Business Insider is reporting that the Chinese government has launched a series of videos aimed at instilling politeness in Chinese tourists. These will run on the government sponsored CCTV, and try to inculcate proper manners while travelling abroad. Apparently, rather than glossing over the problem, the government is actually trying to fix it. However, I would assume that most rational adults (as opposed to squinty eyed PR pros) will be dismissive of the problem to begin with. In which case, the maxim of “if ain’t broke, don’t fix it” would certainly apply. Although, maybe my hackles are being raised just at the concept of trying to teach politeness and proper behavior. Having grown up as a Southern chil’ running free, the notion of restraint (and shoes) is somewhat anathema. In fact, if you want to dip your feet in the water, y’all can come over my way. I won’t post any pictures to Facebook. (Today.)
Beware the PR ides of August. Three major brands are striking out to redefine the prism through which their products are seen, but the success of these efforts seem to have struck a hollow nerve. Whether it’s scientific disbelief, social outrage, or just plain bewilderment, these attempts are notable for becoming anti-notable.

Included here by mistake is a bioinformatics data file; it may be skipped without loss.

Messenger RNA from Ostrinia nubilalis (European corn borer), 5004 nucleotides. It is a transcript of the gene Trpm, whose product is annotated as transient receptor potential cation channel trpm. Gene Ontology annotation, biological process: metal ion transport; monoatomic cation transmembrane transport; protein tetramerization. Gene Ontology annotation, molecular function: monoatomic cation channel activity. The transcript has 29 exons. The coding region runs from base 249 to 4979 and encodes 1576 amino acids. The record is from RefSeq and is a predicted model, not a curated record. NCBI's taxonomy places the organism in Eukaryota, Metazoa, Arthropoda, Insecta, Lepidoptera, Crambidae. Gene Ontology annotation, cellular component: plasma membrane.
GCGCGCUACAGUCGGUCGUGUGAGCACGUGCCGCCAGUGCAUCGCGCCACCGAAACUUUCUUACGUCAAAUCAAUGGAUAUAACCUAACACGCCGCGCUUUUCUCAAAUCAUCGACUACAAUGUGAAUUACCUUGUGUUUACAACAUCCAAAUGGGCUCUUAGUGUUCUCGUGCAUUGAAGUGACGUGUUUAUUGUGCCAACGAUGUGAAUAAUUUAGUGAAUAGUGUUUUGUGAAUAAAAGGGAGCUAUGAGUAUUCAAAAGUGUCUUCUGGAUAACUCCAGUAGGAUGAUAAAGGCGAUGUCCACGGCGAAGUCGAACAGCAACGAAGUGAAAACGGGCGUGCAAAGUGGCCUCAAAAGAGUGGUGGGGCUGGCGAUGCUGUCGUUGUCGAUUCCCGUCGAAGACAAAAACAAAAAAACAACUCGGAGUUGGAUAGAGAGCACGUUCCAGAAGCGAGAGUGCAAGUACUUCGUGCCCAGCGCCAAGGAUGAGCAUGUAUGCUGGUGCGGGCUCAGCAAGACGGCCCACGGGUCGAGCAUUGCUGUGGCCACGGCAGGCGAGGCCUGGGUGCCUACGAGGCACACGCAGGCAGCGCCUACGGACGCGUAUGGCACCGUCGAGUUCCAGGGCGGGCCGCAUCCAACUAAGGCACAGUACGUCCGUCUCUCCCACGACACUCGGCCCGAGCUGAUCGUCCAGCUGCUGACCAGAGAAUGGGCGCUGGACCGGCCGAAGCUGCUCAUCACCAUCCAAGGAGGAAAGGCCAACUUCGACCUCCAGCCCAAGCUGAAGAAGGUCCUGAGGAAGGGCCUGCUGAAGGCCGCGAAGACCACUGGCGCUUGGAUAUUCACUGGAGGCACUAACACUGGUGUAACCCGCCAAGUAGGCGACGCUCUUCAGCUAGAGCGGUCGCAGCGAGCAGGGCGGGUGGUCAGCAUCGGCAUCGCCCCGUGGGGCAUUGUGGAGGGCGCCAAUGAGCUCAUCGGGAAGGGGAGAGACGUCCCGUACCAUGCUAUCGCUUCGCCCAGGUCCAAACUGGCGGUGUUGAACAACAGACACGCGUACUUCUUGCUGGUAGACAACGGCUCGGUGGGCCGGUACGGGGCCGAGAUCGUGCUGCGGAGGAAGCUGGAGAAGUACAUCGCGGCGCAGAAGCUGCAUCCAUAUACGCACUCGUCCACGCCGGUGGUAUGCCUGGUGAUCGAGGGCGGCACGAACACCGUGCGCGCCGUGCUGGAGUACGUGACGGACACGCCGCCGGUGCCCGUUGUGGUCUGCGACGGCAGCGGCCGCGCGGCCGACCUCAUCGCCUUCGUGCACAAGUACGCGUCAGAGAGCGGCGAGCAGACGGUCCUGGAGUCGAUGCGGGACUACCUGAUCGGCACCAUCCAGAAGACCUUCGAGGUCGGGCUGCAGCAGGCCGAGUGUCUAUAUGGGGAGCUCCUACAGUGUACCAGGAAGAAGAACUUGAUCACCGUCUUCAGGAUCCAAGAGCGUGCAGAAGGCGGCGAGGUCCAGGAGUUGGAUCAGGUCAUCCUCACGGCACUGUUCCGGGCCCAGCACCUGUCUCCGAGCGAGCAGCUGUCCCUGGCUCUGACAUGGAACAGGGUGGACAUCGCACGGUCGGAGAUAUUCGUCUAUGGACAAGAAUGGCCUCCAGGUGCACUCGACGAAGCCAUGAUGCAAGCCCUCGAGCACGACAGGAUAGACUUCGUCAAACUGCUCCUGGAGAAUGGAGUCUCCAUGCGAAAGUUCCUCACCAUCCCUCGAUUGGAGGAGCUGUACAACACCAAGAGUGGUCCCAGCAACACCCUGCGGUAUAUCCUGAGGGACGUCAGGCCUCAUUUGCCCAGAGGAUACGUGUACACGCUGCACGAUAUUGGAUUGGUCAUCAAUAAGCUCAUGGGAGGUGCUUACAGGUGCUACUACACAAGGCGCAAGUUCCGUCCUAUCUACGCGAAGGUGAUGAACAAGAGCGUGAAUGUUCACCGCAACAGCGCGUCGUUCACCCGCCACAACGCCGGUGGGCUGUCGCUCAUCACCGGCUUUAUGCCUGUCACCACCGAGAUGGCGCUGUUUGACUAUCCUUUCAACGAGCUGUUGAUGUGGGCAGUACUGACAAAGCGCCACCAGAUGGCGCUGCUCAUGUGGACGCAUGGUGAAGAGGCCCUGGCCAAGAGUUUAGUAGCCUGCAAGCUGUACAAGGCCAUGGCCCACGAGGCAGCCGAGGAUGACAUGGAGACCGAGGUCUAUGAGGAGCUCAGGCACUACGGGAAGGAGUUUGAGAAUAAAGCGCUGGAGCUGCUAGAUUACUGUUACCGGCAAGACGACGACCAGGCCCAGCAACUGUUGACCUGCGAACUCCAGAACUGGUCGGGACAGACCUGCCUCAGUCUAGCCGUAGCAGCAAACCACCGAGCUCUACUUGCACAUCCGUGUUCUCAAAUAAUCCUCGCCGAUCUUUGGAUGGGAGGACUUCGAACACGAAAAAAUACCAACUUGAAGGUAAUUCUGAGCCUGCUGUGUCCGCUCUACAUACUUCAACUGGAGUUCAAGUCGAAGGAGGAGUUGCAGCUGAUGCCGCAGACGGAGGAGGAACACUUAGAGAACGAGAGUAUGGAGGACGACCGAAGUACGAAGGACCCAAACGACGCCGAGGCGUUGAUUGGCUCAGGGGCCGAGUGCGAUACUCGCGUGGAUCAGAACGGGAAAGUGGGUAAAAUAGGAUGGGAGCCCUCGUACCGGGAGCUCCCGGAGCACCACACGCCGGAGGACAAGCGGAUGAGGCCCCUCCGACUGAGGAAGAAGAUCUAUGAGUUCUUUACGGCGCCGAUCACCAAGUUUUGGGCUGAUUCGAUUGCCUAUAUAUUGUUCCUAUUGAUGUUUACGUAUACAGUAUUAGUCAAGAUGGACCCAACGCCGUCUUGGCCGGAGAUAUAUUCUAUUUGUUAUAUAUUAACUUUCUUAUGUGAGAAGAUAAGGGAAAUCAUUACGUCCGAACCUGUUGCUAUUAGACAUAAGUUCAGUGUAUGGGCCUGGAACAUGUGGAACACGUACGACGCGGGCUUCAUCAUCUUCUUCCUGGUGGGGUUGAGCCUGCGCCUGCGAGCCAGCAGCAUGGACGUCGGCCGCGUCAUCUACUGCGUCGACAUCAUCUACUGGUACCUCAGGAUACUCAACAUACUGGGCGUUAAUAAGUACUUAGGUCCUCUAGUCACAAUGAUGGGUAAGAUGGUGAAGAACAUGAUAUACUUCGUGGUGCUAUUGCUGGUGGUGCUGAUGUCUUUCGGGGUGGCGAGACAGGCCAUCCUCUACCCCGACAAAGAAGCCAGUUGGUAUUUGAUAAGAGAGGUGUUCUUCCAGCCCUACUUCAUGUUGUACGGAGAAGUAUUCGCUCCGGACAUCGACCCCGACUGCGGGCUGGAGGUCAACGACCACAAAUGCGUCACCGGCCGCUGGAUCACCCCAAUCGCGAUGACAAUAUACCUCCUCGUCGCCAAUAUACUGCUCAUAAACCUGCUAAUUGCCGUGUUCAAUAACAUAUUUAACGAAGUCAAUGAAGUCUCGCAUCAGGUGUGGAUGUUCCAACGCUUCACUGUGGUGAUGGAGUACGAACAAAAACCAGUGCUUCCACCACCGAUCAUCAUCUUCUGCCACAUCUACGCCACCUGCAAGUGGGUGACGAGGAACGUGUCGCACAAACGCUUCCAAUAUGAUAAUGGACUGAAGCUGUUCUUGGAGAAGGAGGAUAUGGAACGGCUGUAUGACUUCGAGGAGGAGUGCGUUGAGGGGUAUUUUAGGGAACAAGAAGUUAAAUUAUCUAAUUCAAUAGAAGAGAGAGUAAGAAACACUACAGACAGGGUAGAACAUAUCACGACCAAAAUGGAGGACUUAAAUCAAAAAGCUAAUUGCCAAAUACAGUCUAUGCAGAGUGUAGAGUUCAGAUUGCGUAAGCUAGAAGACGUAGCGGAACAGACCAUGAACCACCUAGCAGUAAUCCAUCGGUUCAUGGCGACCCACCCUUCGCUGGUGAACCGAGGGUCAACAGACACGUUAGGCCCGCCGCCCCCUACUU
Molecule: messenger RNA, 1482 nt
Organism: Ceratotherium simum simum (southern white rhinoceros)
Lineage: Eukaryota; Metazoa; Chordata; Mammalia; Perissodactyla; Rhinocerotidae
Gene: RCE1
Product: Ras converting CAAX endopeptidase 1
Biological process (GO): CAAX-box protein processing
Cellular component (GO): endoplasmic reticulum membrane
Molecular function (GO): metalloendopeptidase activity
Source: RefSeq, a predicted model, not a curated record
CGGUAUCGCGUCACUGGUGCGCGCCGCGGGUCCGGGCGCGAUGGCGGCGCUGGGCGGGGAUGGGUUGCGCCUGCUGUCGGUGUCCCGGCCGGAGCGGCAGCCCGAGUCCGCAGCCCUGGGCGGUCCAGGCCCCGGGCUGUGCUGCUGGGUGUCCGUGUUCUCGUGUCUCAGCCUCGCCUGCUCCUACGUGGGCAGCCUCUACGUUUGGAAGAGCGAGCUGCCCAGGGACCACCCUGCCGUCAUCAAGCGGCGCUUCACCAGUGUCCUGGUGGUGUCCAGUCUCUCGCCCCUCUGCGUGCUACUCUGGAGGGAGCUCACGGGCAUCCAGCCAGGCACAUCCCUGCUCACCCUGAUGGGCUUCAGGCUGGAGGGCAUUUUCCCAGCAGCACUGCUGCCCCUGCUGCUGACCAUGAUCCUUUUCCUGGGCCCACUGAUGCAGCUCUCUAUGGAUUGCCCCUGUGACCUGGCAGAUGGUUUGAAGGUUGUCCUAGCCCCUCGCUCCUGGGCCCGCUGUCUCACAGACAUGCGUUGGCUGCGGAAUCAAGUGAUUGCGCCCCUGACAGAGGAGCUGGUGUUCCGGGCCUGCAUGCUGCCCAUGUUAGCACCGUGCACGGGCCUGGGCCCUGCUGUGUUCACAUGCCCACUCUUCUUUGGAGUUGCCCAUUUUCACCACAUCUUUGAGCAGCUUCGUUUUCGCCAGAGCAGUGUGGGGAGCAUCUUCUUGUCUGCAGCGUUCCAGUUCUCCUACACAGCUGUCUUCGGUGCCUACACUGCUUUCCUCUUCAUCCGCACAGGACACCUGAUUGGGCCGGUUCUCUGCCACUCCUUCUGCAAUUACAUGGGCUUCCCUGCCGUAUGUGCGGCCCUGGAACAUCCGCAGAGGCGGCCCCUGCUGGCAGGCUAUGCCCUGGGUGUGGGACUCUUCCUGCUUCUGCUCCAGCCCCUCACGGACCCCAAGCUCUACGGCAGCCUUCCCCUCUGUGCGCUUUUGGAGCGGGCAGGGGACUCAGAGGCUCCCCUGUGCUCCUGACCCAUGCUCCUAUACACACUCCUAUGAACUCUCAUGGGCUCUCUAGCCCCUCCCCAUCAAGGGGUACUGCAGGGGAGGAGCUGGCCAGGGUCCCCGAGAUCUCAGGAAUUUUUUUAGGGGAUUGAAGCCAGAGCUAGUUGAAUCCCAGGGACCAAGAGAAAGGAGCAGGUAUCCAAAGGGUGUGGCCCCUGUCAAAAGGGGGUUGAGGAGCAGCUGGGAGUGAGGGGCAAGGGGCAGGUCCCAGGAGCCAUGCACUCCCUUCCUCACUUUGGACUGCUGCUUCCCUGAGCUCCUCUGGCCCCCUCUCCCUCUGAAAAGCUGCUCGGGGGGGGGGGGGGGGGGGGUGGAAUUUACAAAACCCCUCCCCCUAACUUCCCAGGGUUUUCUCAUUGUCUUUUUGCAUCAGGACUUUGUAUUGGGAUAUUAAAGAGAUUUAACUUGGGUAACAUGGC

1. Diet Coke is Actually Healthy!
Soda has always been the liquid bane of the nutritional world. Within that inglorious schema, diet soda has always occupied a unique niche. It has effectively functioned as the poster boy for the “well it’s not sugar but it is chock full of chemicals” conundrum. Diet Coke is now looking to erase that image and rebrand diet soda as an uber healthy alternative. The company will be running open advertorials promoting the healthiness and safety of artificial sweeteners. Maybe they’re just trying to win back the water drinking crowd, but redefining public perception on health issues usually requires a longer campaign than most ads can endure. It’s hard to believe that Diet Coke is in it for the long run and will rely on sustained health branding to move product.
Read more about it here.
2. HTC (a famous maker of something) Rebrands as a Famous Maker of Something
HTC makes smart phones. However (as you’re unconsciously well aware) HTC is not really providing any serious competition to Apple and Samsung. In an effort to become a name that draws people back to its products, HTC has launched what is rumored to be a billion dollar PR campaign starring Robert Downey Jr. The thrust of the campaign is that since nobody knows what HTC really is anyway, you might well just come up with something crazy and catchy to fill in the blank. Well, at least the people at HTC got to meet Iron Man.
Watch the video here.
3. No, Really, We’re Cool, But Not Like Socially Cool Cool
JCPenney recently… (Before we continue, do you have any doubt that the brand in question has suffered yet another PR disaster? Really?) Anyways, JCPenney recently ran a fairly innocuous TV spot that targeted kids who want to dress cool when they come back to school. Doesn’t sound controversial, right? However, with the luck of the Penney, it sparked a massive outcry as parents and activists complained that it promoted bullying for lack of fashion consciousness. I don’t know. Watching the ad provides for a fairly underwhelming experience, both on a fashion level, as well as a social one. It sure makes you nostalgic for the hyper excitement that accompanied the mailbox arrival of the Penney’s catalog.
Check out the ad here.